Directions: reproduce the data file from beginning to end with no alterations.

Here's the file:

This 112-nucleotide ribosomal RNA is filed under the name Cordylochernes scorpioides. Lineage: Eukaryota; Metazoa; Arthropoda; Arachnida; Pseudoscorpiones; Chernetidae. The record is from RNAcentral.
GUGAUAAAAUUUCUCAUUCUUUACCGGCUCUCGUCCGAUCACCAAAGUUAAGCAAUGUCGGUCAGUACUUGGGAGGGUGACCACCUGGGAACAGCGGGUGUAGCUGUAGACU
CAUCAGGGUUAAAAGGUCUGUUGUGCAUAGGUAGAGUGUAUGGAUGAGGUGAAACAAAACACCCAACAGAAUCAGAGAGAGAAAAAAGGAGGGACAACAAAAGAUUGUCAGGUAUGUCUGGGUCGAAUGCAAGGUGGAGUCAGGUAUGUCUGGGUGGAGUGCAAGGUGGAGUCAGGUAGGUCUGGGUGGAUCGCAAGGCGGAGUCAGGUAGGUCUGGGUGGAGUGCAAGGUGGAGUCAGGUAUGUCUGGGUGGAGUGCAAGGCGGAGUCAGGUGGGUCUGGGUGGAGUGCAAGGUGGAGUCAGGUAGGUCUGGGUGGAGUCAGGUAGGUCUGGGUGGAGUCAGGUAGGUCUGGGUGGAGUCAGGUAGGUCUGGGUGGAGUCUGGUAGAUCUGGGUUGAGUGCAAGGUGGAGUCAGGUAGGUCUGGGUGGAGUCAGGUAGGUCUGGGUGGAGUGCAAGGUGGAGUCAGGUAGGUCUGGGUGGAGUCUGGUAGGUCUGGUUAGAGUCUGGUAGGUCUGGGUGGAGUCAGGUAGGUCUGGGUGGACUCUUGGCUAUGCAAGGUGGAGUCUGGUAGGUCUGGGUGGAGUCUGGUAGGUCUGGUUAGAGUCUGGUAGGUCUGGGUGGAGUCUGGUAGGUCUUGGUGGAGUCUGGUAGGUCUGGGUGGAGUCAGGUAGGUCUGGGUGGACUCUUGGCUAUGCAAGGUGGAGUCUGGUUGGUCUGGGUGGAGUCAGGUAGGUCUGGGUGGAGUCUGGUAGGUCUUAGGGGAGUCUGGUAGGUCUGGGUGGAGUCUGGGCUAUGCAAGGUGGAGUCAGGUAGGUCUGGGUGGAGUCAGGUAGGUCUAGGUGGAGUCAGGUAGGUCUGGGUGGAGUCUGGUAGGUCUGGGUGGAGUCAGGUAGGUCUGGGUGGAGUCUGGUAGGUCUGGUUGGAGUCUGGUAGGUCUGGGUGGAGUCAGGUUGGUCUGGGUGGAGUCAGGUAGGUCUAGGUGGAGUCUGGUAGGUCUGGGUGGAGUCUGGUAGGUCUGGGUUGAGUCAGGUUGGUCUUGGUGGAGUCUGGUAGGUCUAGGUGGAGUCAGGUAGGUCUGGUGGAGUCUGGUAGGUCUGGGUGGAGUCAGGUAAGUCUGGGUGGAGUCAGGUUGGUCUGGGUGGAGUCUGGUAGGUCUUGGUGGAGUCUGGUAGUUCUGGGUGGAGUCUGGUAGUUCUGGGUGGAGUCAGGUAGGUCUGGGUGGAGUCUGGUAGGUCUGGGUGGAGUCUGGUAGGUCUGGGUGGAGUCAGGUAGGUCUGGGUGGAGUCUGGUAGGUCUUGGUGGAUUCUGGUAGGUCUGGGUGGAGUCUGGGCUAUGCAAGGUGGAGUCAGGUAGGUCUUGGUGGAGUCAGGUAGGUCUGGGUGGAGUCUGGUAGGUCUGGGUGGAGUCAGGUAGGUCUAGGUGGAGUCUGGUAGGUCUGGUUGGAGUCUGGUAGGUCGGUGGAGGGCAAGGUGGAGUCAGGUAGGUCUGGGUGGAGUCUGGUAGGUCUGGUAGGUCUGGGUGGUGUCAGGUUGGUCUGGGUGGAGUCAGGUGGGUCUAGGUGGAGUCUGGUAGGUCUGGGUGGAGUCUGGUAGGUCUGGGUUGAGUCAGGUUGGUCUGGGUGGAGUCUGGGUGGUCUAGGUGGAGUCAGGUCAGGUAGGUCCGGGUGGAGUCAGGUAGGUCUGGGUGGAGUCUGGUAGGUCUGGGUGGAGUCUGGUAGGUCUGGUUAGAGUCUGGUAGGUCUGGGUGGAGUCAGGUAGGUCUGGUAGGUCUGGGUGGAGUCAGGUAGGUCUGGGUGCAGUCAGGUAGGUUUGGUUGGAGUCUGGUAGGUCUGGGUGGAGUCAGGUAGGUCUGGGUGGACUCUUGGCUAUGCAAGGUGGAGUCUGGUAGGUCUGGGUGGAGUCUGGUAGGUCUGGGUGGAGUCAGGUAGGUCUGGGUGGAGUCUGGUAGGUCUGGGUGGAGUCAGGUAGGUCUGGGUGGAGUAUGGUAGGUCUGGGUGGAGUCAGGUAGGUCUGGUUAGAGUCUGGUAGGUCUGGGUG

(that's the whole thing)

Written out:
This 112-nucleotide ribosomal RNA is filed under the name Cordylochernes scorpioides. Lineage: Eukaryota; Metazoa; Arthropoda; Arachnida; Pseudoscorpiones; Chernetidae. The record is from RNAcentral.
GUGAUAAAAUUUCUCAUUCUUUACCGGCUCUCGUCCGAUCACCAAAGUUAAGCAAUGUCGGUCAGUACUUGGGAGGGUGACCACCUGGGAACAGCGGGUGUAGCUGUAGACU
CAUCAGGGUUAAAAGGUCUGUUGUGCAUAGGUAGAGUGUAUGGAUGAGGUGAAACAAAACACCCAACAGAAUCAGAGAGAGAAAAAAGGAGGGACAACAAAAGAUUGUCAGGUAUGUCUGGGUCGAAUGCAAGGUGGAGUCAGGUAUGUCUGGGUGGAGUGCAAGGUGGAGUCAGGUAGGUCUGGGUGGAUCGCAAGGCGGAGUCAGGUAGGUCUGGGUGGAGUGCAAGGUGGAGUCAGGUAUGUCUGGGUGGAGUGCAAGGCGGAGUCAGGUGGGUCUGGGUGGAGUGCAAGGUGGAGUCAGGUAGGUCUGGGUGGAGUCAGGUAGGUCUGGGUGGAGUCAGGUAGGUCUGGGUGGAGUCAGGUAGGUCUGGGUGGAGUCUGGUAGAUCUGGGUUGAGUGCAAGGUGGAGUCAGGUAGGUCUGGGUGGAGUCAGGUAGGUCUGGGUGGAGUGCAAGGUGGAGUCAGGUAGGUCUGGGUGGAGUCUGGUAGGUCUGGUUAGAGUCUGGUAGGUCUGGGUGGAGUCAGGUAGGUCUGGGUGGACUCUUGGCUAUGCAAGGUGGAGUCUGGUAGGUCUGGGUGGAGUCUGGUAGGUCUGGUUAGAGUCUGGUAGGUCUGGGUGGAGUCUGGUAGGUCUUGGUGGAGUCUGGUAGGUCUGGGUGGAGUCAGGUAGGUCUGGGUGGACUCUUGGCUAUGCAAGGUGGAGUCUGGUUGGUCUGGGUGGAGUCAGGUAGGUCUGGGUGGAGUCUGGUAGGUCUUAGGGGAGUCUGGUAGGUCUGGGUGGAGUCUGGGCUAUGCAAGGUGGAGUCAGGUAGGUCUGGGUGGAGUCAGGUAGGUCUAGGUGGAGUCAGGUAGGUCUGGGUGGAGUCUGGUAGGUCUGGGUGGAGUCAGGUAGGUCUGGGUGGAGUCUGGUAGGUCUGGUUGGAGUCUGGUAGGUCUGGGUGGAGUCAGGUUGGUCUGGGUGGAGUCAGGUAGGUCUAGGUGGAGUCUGGUAGGUCUGGGUGGAGUCUGGUAGGUCUGGGUUGAGUCAGGUUGGUCUUGGUGGAGUCUGGUAGGUCUAGGUGGAGUCAGGUAGGUCUGGUGGAGUCUGGUAGGUCUGGGUGGAGUCAGGUAAGUCUGGGUGGAGUCAGGUUGGUCUGGGUGGAGUCUGGUAGGUCUUGGUGGAGUCUGGUAGUUCUGGGUGGAGUCUGGUAGUUCUGGGUGGAGUCAGGUAGGUCUGGGUGGAGUCUGGUAGGUCUGGGUGGAGUCUGGUAGGUCUGGGUGGAGUCAGGUAGGUCUGGGUGGAGUCUGGUAGGUCUUGGUGGAUUCUGGUAGGUCUGGGUGGAGUCUGGGCUAUGCAAGGUGGAGUCAGGUAGGUCUUGGUGGAGUCAGGUAGGUCUGGGUGGAGUCUGGUAGGUCUGGGUGGAGUCAGGUAGGUCUAGGUGGAGUCUGGUAGGUCUGGUUGGAGUCUGGUAGGUCGGUGGAGGGCAAGGUGGAGUCAGGUAGGUCUGGGUGGAGUCUGGUAGGUCUGGUAGGUCUGGGUGGUGUCAGGUUGGUCUGGGUGGAGUCAGGUGGGUCUAGGUGGAGUCUGGUAGGUCUGGGUGGAGUCUGGUAGGUCUGGGUUGAGUCAGGUUGGUCUGGGUGGAGUCUGGGUGGUCUAGGUGGAGUCAGGUCAGGUAGGUCCGGGUGGAGUCAGGUAGGUCUGGGUGGAGUCUGGUAGGUCUGGGUGGAGUCUGGUAGGUCUGGUUAGAGUCUGGUAGGUCUGGGUGGAGUCAGGUAGGUCUGGUAGGUCUGGGUGGAGUCAGGUAGGUCUGGGUGCAGUCAGGUAGGUUUGGUUGGAGUCUGGUAGGUCUGGGUGGAGUCAGGUAGGUCUGGGUGGACUCUUGGCUAUGCAAGGUGGAGUCUGGUAGGUCUGGGUGGAGUCUGGUAGGUCUGGGUGGAGUCAGGUAGGUCUGGGUGGAGUCUGGUAGGUCUGGGUGGAGUCAGGUAGGUCUGGGUGGAGUAUGGUAGGUCUGGGUGGAGUCAGGUAGGUCUGGUUAGAGUCUGGUAGGUCUGGGUG